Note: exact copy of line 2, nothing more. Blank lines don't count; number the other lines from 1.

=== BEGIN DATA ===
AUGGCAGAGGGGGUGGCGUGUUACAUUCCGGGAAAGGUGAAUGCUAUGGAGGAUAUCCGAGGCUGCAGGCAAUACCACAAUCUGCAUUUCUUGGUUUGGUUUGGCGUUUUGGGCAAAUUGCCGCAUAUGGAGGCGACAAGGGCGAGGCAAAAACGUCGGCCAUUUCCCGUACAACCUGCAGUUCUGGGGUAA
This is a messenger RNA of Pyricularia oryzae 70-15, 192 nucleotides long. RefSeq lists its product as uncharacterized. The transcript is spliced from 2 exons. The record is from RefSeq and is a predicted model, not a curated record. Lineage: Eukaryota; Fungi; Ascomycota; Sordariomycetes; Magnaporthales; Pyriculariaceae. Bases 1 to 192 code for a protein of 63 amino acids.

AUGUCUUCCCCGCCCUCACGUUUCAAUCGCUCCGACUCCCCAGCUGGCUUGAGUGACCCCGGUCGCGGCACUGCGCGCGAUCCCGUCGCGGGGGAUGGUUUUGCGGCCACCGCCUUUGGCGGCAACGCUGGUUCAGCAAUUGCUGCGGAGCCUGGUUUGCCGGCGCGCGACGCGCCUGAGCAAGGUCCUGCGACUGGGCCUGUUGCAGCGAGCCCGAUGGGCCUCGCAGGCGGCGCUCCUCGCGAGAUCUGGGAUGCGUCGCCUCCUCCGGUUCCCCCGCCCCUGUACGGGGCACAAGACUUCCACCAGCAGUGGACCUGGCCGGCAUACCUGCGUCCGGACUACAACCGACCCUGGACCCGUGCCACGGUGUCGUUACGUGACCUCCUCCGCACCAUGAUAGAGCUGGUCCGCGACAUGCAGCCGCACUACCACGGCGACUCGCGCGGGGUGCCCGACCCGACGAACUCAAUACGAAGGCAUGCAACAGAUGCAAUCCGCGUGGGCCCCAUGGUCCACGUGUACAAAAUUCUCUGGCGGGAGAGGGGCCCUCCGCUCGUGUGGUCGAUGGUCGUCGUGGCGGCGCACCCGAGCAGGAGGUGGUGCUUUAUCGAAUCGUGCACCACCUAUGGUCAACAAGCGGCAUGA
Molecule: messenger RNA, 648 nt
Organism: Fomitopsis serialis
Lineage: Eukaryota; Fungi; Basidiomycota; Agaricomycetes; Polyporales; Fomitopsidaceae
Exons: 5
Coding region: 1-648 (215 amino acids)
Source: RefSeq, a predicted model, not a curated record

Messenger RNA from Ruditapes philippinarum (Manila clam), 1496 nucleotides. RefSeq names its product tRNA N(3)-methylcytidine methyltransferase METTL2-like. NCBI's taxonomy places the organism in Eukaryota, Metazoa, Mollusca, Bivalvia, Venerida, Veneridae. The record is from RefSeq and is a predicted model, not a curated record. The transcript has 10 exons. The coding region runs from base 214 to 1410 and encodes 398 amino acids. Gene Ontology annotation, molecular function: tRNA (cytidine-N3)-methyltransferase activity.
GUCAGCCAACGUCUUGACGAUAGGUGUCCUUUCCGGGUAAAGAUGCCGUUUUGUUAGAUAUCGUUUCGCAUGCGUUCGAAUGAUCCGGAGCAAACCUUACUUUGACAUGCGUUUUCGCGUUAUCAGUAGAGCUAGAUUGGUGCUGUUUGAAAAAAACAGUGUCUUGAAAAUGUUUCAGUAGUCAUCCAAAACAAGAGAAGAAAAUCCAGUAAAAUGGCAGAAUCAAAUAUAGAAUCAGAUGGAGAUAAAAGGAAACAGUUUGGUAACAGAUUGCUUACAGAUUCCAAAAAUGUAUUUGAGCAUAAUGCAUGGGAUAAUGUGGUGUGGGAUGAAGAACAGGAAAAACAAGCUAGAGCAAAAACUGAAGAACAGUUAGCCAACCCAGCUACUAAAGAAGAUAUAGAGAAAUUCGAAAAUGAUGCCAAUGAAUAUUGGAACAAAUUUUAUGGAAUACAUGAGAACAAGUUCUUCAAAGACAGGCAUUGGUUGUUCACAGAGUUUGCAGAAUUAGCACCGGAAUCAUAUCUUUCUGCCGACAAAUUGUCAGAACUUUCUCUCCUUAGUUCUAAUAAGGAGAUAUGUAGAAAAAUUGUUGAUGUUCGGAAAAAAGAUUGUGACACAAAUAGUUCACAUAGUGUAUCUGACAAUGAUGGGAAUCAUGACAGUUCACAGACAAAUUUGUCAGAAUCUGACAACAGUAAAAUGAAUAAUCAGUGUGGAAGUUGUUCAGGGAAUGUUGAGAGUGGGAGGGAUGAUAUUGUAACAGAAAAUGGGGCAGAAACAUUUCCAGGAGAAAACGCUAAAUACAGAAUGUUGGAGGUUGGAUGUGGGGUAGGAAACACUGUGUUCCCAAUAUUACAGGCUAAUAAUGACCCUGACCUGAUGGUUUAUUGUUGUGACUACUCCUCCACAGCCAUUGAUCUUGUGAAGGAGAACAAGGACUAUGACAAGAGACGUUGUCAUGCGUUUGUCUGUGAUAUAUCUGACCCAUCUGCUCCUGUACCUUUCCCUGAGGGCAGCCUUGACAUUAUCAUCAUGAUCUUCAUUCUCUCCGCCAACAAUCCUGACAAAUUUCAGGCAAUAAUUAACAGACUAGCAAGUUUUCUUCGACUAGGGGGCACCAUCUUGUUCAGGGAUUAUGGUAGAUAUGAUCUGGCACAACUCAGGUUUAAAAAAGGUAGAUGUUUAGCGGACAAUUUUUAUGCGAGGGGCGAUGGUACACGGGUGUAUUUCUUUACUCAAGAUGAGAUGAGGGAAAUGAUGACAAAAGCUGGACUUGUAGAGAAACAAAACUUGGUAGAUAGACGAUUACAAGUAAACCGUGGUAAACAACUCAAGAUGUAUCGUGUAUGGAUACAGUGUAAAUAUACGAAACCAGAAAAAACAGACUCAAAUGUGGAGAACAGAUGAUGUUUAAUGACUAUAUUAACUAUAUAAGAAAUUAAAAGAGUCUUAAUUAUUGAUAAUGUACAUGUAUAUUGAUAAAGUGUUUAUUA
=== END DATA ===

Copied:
This is a messenger RNA of Pyricularia oryzae 70-15, 192 nucleotides long. RefSeq lists its product as uncharacterized. The transcript is spliced from 2 exons. The record is from RefSeq and is a predicted model, not a curated record. Lineage: Eukaryota; Fungi; Ascomycota; Sordariomycetes; Magnaporthales; Pyriculariaceae. Bases 1 to 192 code for a protein of 63 amino acids.